- D Community Grade
- Director: Andrew Erwin and Jon Erwin
- Cast: Rachel Hendrix, Jason Burkey, John Schneider
- Rated: PG-13
- Running time: 105 minutes
October Baby comes wrapped in the gauze of a teen romance/road trip movie, and its tagline, “Every Life Is Beautiful,” is vague enough that at first glance viewers might think this is a story about self-acceptance or coming of age. Such viewers would be in for a surprise, because the film’s actually a virulent pro-life tract about the survivor of a failed abortion who goes in search of her birth mother. Brothers Andrew and Jon Erwin direct October Baby, following in the footsteps of Sherwood Pictures, producers of the highly successful Christian-themed Facing The Giants, Fireproof, and Courageous (on which Jon worked as a second unit director). But this is no mere tale of redemption or reaffirming of faith; this is a film with an extreme agenda.
Rachel Hendrix, in her first starring role, plays a sheltered, petulant college student who’s struggled with health problems all her life, including asthma, hip surgeries, and seizures. When she collapses in the middle of the first performance of a school play, she spirals into a depression that leads to her learning that these issues all stem from her premature birth, that she was adopted after her biological mother abandoned her, having attempted, unsuccessfully, to abort her. “Why, God, do I feel unwanted? Why do I feel I have no right to exist?” she weeps, until her best friend Jason Burkey takes her on a road trip to Mobile to find the woman who gave her up. What follows is no less than a pro-life revenge fantasy (intercut with teen shenanigans that make Saved By the Bell look edgy) in which a would-be aborted fetus survives to adulthood in order to show up unannounced at the workplace of the woman who conceived her in order to demand an explanation.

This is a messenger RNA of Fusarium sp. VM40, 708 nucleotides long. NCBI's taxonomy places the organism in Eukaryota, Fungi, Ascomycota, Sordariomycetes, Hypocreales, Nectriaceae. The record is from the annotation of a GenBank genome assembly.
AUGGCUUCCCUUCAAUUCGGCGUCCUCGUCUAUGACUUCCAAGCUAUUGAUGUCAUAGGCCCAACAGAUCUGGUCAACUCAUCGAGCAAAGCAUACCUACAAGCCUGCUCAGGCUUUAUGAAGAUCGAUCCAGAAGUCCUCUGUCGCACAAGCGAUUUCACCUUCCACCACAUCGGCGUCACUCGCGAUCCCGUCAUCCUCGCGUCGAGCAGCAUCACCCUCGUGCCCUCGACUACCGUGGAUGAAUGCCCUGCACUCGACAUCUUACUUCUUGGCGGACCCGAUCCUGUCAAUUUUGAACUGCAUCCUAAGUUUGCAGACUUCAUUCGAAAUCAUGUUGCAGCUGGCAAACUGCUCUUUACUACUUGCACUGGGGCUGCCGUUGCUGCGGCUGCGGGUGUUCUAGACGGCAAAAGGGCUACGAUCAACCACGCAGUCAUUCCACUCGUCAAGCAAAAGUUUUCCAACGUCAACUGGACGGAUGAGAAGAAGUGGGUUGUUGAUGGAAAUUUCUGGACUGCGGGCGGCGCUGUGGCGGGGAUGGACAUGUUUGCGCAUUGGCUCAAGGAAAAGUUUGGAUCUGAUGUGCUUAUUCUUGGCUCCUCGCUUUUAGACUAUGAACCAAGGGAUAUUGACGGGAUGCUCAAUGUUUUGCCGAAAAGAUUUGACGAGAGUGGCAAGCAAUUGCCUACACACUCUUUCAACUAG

October Baby is inspired by the story of pro-life activist Gianna Jessen, an actual abortion survivor, and it’s competently made, shot like an American Eagle commercial and featuring recognizable actors like John Schneider and Jasmine Guy as a former clinic nurse. This only makes its offensiveness more startling—it’s a film with the pretense of being about forgiveness that’s really about blame, when neither is justified. Strangers along the way lend their help to Hendrix, no one ever doubting her right to confront the woman who was wicked enough to want to go to school and have a career before starting a family. Most egregious of all is the film’s suggestion that late-term, edge-of-viability procedures are the norm and that abortion clinics are a horror show of maimed, discarded infants. (“There were things that happened there, terrible things, things they had me do,” Guy murmurs when telling her story.) This isn’t a movie; this is propaganda for the already converted.